YouTube plans change kids videos after $170M fine

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The Federal Trade Commission has set a price on children’s privacy online and the going rate is $170 million.

What the law says:

The FTC’s complaint is based on a 1998 federal law called the Children’s Online Privacy Protection Act, or COPPA. It bans websites from collecting personal information from children under 13 without their parents’ consent.

Tech companies, however, have long skirted this by saying they officially exclude kids from their services, even though they don’t really check. A group of privacy advocates asked the FTC in April 2018 to investigate YouTube’s compliance.

What going to change in YouTube?

YouTube has long said its service is intended for people ages 13 and older, a message that theoretically kept it in line with that law.

Younger kids commonly watch videos on YouTube, and many popular YouTube channels feature cartoons or sing-a-longs made for children. YouTube acknowledged Wednesday that “the likelihood of children watching without supervision has increased” since its founding because there are more shared devices and a “boom in family content.”

FTC’s complaint details how Google boasted about its youthful audience when talking to major advertisers. FTC includes as evidence Google’s visual presentations made to toy companies Mattel and Hasbro where YouTube is described as the “new Saturday Morning Cartoons” and the ”#1 website regularly visited by kids.”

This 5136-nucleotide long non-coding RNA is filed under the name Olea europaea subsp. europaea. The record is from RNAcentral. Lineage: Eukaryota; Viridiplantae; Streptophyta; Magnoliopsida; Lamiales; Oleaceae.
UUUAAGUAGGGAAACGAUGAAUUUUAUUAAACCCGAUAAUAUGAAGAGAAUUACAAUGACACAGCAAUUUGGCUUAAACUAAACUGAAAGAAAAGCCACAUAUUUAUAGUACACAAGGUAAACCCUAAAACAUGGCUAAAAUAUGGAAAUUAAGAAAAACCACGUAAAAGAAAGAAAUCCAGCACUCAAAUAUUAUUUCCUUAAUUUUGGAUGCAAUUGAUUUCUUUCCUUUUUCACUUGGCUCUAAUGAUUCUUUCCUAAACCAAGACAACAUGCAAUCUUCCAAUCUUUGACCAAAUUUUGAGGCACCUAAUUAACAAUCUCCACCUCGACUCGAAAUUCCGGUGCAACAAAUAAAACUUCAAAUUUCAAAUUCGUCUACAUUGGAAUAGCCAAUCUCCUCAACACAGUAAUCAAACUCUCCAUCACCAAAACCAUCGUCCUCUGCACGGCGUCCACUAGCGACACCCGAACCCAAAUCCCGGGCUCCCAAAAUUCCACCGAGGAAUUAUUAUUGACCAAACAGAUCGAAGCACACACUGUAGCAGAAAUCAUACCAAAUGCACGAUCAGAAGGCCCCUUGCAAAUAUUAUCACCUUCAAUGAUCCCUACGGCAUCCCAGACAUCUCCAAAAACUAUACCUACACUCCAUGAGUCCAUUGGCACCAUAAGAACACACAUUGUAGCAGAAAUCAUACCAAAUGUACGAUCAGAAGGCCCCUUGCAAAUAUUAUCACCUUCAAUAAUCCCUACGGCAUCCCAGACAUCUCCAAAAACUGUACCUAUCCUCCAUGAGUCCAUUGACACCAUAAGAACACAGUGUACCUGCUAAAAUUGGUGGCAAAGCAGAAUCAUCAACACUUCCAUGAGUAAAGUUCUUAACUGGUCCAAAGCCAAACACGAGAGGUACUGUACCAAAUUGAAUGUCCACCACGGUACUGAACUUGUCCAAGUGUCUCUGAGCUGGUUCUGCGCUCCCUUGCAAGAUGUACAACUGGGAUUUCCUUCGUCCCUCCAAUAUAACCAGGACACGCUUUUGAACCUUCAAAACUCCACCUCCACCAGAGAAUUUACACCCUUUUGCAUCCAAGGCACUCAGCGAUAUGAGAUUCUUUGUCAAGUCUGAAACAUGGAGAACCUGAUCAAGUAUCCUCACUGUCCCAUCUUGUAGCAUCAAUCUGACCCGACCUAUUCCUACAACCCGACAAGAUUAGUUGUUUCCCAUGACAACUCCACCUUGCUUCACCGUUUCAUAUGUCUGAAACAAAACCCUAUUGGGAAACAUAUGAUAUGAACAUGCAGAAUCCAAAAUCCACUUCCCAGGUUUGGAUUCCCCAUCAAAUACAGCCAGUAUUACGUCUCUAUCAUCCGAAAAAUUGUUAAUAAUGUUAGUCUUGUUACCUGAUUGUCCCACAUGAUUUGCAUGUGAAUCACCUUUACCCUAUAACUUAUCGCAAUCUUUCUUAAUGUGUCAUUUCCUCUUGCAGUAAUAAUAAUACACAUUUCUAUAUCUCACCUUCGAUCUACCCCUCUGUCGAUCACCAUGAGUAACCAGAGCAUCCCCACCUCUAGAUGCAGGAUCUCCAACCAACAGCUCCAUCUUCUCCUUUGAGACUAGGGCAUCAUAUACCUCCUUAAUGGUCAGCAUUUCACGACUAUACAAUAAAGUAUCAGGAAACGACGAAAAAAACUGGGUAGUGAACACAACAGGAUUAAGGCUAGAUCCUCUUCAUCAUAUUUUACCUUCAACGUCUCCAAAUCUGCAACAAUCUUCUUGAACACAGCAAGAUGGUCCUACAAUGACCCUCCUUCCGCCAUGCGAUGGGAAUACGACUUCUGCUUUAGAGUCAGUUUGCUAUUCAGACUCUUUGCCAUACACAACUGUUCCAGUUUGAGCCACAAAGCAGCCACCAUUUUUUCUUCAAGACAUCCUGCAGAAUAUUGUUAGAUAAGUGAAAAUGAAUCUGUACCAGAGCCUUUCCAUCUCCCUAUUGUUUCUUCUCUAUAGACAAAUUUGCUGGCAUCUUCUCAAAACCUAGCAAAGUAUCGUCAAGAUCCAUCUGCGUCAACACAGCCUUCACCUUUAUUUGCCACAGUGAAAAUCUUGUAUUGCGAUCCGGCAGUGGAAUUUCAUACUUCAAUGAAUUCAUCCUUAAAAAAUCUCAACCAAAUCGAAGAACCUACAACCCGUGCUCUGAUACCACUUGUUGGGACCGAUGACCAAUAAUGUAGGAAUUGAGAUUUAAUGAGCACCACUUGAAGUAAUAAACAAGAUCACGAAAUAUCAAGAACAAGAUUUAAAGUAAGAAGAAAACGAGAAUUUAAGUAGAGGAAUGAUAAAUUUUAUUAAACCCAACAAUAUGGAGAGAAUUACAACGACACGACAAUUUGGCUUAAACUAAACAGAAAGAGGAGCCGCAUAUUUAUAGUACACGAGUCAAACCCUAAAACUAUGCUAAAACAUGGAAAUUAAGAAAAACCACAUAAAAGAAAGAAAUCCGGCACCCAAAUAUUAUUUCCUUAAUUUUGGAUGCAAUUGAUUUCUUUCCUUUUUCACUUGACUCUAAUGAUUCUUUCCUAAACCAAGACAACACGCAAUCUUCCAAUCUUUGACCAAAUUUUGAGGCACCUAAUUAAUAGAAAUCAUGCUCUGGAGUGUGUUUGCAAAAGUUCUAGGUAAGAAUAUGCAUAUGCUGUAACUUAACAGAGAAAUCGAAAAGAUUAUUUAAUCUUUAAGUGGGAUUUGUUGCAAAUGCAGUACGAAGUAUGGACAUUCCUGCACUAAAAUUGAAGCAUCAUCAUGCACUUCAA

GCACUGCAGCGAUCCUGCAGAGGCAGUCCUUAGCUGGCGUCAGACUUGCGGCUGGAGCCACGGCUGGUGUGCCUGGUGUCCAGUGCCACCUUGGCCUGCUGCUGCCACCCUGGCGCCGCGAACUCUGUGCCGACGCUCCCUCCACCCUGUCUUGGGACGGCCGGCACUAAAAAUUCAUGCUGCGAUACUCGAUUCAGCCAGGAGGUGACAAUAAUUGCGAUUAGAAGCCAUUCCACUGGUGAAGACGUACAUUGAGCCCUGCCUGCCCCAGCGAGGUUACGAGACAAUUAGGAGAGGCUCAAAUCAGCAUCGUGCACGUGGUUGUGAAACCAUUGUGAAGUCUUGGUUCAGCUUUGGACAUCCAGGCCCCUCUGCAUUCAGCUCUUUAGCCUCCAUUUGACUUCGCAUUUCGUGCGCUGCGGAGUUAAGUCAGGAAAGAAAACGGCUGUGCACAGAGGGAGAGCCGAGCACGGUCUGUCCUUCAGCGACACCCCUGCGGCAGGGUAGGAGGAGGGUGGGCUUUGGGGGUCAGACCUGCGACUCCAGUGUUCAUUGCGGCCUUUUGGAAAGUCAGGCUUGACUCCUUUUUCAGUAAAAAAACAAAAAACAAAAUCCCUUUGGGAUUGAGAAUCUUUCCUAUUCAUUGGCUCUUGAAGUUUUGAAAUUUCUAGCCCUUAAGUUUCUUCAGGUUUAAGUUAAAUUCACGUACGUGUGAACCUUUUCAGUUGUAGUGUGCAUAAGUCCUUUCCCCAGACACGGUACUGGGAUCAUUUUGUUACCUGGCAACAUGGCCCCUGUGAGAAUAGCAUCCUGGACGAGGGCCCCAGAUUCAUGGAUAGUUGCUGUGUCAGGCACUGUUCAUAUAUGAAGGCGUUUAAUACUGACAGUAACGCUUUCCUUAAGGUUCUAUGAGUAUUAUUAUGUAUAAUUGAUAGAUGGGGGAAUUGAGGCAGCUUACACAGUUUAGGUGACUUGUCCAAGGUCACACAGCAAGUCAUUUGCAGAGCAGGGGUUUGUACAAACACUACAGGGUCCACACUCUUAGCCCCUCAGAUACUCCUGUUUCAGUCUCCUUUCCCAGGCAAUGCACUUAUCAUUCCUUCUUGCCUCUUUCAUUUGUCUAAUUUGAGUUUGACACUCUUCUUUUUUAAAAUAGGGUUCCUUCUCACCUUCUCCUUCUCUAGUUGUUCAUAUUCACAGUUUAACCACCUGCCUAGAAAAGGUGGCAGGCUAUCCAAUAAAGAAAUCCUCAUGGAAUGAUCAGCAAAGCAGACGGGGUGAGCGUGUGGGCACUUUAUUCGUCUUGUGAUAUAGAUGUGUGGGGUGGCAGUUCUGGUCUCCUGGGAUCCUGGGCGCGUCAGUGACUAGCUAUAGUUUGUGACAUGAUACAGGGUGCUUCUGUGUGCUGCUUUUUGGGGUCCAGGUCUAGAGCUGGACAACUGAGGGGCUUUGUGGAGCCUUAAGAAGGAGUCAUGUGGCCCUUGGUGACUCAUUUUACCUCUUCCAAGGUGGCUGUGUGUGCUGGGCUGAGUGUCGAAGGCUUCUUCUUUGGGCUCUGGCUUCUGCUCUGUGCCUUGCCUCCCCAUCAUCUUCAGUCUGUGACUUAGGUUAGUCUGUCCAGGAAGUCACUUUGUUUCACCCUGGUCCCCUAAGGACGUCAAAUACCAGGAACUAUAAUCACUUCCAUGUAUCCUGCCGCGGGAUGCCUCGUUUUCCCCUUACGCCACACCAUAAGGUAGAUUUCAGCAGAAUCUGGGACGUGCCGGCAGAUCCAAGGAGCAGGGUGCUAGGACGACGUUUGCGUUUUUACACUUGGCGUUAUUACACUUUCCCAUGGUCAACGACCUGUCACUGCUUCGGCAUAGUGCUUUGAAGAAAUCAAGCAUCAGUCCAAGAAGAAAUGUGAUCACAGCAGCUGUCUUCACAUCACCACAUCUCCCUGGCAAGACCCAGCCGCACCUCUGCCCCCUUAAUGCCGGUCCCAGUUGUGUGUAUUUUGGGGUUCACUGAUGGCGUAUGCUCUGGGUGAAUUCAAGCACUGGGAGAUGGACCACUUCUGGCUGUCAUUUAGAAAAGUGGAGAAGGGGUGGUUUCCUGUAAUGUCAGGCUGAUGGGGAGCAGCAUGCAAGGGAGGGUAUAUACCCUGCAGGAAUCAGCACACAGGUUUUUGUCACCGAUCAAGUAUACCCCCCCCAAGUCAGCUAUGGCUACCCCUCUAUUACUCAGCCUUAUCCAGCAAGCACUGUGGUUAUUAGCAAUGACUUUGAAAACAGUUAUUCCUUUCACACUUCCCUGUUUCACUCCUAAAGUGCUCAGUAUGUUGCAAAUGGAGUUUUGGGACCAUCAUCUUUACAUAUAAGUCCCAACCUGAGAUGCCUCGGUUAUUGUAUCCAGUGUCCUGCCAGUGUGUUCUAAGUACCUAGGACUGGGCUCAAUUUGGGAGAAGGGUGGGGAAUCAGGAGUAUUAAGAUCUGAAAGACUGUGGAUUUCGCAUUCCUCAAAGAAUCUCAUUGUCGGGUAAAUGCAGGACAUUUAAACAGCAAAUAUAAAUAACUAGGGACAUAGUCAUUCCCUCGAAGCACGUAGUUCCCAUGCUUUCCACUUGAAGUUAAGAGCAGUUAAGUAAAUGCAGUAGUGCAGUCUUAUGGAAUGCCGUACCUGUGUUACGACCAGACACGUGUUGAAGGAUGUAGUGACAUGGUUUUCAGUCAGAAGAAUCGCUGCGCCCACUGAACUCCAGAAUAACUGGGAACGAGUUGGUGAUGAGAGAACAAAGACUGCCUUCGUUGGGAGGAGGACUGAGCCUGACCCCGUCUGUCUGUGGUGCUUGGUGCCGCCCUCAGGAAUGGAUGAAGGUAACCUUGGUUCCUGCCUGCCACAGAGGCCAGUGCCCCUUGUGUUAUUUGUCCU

Ask any kid or parent, however, and the reality was far different. Younger kids commonly watch videos on YouTube, and many popular YouTube channels feature cartoons or sing-a-longs made for children. YouTube acknowledged Wednesday that “the likelihood of children watching without supervision has increased” since its founding because there are more shared devices and a “boom in family content.”

Changes on YouTube creator Service:

Starting early next year, anyone who uploads a video to YouTube will have to designate whether or not that video is directed at children.

If a video is identified as child-focused, such as a cartoon or the “unboxing” of a new toy, Google has agreed not to put up “behavioral” ads — those that cater to specific viewers based on their age and other social characteristics. Google also won’t track the viewers’ online identities. Google says these restrictions will be in place even if the viewer is an adult.

But Google will still show generic ads, as well as “contextual” ads — those that cater to the type of content rather than the specific viewer.

These typically don’t bring in as much money as viewer-specific ads.

Google is stopping short of seeking parental consent on its main service, even for kids-focused video. The law doesn’t require it to, as long as there’s no data collection.

YouTube Kids Changes :

YouTube said it will start promoting the kids service more aggressively. On Wednesday, kids-focused pages on YouTube’s main service had pop-ups suggesting YouTube Kids.

YouTube Kids similarly does not offer behavioral ads targeted at individuals, but it does collect some basic viewer information to recommend videos. It also collects the device’s numeric IP address.

YouTube said it will dole out $100 million over three years to encourage more videos for children.

New responsibility for creators :

4 months time to for video creators a chance to adjust Google says.
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